2019 finds veteran indie label Graveface Records (home to Casket Girls, Xiu Xiu, Appleseed Cast and more) charting some new/old territory. They're starting a subsidiary of Graveface called NEVERNOTGOTH. NNG will be home to many reissues of obscure darkwave/goth LPs but also will showcase some new talent making waves in the genre today. The first release on this new sub-imprint (GOTH001) is by Atlanta's Shouldies.
Attention all goth kids, pop princesses, darkwave divas: the new sound still isn’t rock and roll. At least not to Shouldies, a synth punk trio consisting of Yancey Ballard, John Pierce, and Daniel Eberlein, on a mission to fuse dance with a relatable dose of realness -- but make it goth. The group rose from the ashes of the Atlanta music scene in 2017 to serve darkwave to the buttcracks and crevices of the city’s sprawling highways and bigots, dance on the ghost of your face as you sit in the 5 o’clock traffic, whisper in your ear when you frequent, yet again, that bar with the shitty men. With lyrics that sound like the most profound page of your emo phase (but make it political), Shouldies layer earnest pacing over a soft fury of synth.
You’ll have a chance to let that sink in, as the alluring synthscape works in tandem with direct message -- Eberlein and Pierce can be seen onstage focused intently on creating the backdrop for Ballard’s delivery. Introspective ideas manifest into broader themes. Ballard recently commented on Atlanta’s deceptively close proximity to homophobia and transphobia in Kerrang!: “A lot of the time, it’s a fight to be heard because it’s not ‘as dangerous’ as it is outside [Atlanta’s perimeters]. People don’t care about microaggressions. People don’t care about discomfort. People care less than they should about full-on aggression because at least it’s ‘safer’ here. ‘At least it happens less’. ‘It could be worse’.”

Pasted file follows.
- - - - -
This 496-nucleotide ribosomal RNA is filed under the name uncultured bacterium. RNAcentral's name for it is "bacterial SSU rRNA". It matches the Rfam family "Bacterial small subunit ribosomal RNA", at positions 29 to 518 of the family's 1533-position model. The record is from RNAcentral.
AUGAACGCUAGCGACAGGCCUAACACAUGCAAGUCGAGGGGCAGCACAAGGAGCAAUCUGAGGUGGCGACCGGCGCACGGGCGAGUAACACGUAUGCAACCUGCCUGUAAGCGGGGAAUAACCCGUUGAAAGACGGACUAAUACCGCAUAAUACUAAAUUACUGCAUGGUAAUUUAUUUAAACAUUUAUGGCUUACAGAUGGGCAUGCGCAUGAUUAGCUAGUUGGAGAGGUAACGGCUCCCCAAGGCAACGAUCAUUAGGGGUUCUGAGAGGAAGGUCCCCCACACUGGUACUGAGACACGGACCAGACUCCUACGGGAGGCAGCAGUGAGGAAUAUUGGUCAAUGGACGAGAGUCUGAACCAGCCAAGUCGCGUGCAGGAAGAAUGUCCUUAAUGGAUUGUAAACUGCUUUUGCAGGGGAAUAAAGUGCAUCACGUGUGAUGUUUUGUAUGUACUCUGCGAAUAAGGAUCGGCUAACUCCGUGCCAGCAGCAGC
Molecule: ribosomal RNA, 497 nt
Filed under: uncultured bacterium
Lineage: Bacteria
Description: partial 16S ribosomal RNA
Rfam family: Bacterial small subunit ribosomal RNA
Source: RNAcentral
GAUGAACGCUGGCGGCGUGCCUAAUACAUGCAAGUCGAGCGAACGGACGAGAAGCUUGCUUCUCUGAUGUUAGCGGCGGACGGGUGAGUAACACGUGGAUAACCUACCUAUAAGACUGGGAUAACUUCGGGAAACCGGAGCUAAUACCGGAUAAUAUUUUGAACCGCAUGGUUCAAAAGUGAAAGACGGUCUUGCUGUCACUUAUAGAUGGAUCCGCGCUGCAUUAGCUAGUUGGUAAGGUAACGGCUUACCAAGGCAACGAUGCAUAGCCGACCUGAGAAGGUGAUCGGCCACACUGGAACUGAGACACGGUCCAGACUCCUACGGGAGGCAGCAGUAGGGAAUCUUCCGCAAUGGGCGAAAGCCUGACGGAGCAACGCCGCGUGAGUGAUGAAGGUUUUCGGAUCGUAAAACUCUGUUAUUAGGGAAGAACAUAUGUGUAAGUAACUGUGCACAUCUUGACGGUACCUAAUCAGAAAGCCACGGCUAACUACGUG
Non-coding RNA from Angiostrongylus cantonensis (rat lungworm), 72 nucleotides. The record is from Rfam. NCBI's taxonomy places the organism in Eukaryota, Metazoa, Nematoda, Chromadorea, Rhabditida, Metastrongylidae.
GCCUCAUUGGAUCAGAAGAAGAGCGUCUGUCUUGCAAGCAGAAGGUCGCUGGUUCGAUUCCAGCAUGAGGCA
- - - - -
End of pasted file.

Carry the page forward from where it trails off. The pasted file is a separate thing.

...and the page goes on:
Life-long friends Ballard and Pierce collaborated on a number of projects before forming Shouldies with Eberlein, who they barely knew prior to, in summer of 2017. All three agreed that if they were going to make music, they wanted it to be accessible, relatable, and fluid. As Eberlein told Creative Loafing "We just wanna make songs that you can dance to, and with lyrics that are really meaningful... something that gets stuck in your head,” he says. "It feels way more powerful than making some art statement that's supposed to be vague... People want to relate to music and dance and be happy." Shouldies first took the stage at Irrelevant Music Fest 2017 with Eberlein on drum machine and synths, Pierce on guitar and synths, and Ballard at the front. The rest is a history of sordid love affairs with pop and punk.
Eberlein’s background is mostly in techno and noise, and he tells Wussy Mag his dream concert would be “Arca perform[ing] in a giant old building, like a church or something.” Pierce would rather meet you in the pit: his dream show is “Fugazi and Dead Kennedys at 529.” Shouldies is both a surreal and austere union, not to be taken lightly, though the music feels as natural as jokes thrown around a group of friends. Then comes the Darth Vader synth: monotone lyrics materialize on the dance floor as exorcism, and the audience feels the echoes. Wherever Shouldies draw their edge, live shows draw cross-genre crowds and promise an experience with very little internet tracing.
They must be cooking up something. If you ask them, they’ll shrug their shoulders and tell you that you missed tea time. Now serving: shiny, hard, synth pop.